Spousal Support/Alimony Information
Fairfax Divorce Lawyers Explain Spousal Support
Figuring out how you are going to financially survive after a divorce is
extremely important. When you are accustomed to living off of two incomes,
or living off of your spouse’s income, it may be difficult to imagine
living on your own.
An experienced divorce attorney from Langone & Fasullo, PLLC may be
able to help. Contact us online
to discuss your case.
What is Spousal Support/Alimony?
Alimony can help financially provide for your spouse after your divorce.
The point of alimony is to match a spouse’s standard of living after
you are separated, so they are not forced into poverty. While a
divorce is pending, the court can issue a temporary order for spousal support.
After a divorce has been finalized, there are two types of alimony that
can be awarded:
Rehabilitative support: This is designed to get a spouse back on his or her feet and become self-supporting.
It is usually awarded for short term marriages (fewer than 20 years) and
has a set duration.
Permanent support: This does not have a set end date. It is usually awarded for long-term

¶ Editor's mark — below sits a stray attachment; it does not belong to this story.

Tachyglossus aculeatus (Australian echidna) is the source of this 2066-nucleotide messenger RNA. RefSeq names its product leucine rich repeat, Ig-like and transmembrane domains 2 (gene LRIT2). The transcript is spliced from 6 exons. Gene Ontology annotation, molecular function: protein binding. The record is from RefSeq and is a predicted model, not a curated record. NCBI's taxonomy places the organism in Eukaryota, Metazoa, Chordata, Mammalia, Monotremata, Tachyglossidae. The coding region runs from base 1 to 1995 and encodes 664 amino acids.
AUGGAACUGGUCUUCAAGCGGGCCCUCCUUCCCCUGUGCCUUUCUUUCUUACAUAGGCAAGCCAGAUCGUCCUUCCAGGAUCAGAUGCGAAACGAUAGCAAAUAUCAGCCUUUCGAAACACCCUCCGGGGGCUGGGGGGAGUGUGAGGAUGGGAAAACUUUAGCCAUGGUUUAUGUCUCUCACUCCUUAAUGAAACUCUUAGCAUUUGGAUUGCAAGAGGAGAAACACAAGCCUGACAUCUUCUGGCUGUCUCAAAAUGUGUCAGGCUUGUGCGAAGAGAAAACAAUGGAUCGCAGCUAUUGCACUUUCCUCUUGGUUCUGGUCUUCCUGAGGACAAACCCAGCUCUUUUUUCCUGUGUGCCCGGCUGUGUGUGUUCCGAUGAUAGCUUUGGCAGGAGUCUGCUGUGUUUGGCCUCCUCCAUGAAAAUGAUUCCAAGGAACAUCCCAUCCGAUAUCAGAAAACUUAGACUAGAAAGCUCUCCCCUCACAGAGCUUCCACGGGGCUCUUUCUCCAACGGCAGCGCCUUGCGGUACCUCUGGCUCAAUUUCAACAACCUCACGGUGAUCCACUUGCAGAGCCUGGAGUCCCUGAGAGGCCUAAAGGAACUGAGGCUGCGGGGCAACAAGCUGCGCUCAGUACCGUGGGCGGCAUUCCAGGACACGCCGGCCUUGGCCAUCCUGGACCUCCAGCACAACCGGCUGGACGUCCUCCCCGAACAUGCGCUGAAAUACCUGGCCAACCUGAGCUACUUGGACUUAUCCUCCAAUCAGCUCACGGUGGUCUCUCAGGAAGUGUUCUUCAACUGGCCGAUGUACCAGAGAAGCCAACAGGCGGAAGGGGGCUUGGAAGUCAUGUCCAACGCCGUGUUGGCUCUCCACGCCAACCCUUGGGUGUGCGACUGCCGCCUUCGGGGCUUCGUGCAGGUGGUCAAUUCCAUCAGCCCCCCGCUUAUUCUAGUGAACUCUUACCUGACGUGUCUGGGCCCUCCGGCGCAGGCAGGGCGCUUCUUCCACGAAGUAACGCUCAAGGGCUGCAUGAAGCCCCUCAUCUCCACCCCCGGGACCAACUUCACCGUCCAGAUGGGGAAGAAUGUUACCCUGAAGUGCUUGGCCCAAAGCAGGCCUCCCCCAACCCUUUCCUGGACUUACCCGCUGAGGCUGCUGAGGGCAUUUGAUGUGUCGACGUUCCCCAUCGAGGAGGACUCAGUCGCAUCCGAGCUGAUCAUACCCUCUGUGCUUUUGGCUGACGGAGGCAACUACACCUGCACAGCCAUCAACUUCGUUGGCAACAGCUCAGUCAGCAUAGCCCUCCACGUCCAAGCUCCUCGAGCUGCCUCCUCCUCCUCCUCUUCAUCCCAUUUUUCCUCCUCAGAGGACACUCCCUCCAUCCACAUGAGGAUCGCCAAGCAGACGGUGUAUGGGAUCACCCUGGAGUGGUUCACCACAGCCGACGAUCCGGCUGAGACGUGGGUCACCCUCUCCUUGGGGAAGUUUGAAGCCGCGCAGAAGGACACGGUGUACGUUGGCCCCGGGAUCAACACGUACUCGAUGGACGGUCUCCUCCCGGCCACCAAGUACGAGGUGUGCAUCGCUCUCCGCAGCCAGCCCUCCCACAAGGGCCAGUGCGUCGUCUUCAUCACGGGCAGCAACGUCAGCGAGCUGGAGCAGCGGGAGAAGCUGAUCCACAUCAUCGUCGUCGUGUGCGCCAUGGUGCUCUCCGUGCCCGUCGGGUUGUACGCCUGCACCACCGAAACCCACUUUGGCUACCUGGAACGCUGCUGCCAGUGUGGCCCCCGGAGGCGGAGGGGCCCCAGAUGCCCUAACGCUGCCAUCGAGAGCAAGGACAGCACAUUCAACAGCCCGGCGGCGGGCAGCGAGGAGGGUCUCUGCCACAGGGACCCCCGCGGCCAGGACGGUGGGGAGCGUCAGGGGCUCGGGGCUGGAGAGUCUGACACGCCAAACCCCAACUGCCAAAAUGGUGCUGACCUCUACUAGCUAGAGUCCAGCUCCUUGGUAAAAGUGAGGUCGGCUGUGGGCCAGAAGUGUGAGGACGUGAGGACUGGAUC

marriages and can be modified or terminated if there is a change in financial
circumstances or if the recipient spouse remarries.
Whether you or your spouse asks for rehabilitative or permanent support,
an experienced attorney may be able to help guide you through the process.
Costs You Should Consider
When asking for alimony, there are certain factors you and your spouse
should keep in mind.
These costs include:
- Mortgages or monthly rent and house maintenance costs
- Car mortgages, gas prices, and car maintenance costs
- The costs of necessities like food and clothing
- Healthcare expenses
- Travel expenses
- Other financial needs
If you are the custodial parent, you also have costs that include your
child’s schooling, healthcare, and maintenance expenses.
How Spousal Support/Alimony is Awarded
Alimony is not dictated by a strict formula that child support is. You
receive alimony based on an agreement between you and your spouse, or
based on the discretion of the court. Before awarding alimony, the court
will consider both spouses’ earning capacity, age, and child-rearing
roles, and primarily consider the needs and ability to pay alimony.
If you would like to learn more about how alimony works in the state of
Virginia or schedule a confidential consultation
with our legal team, call (703) 391-1161 today!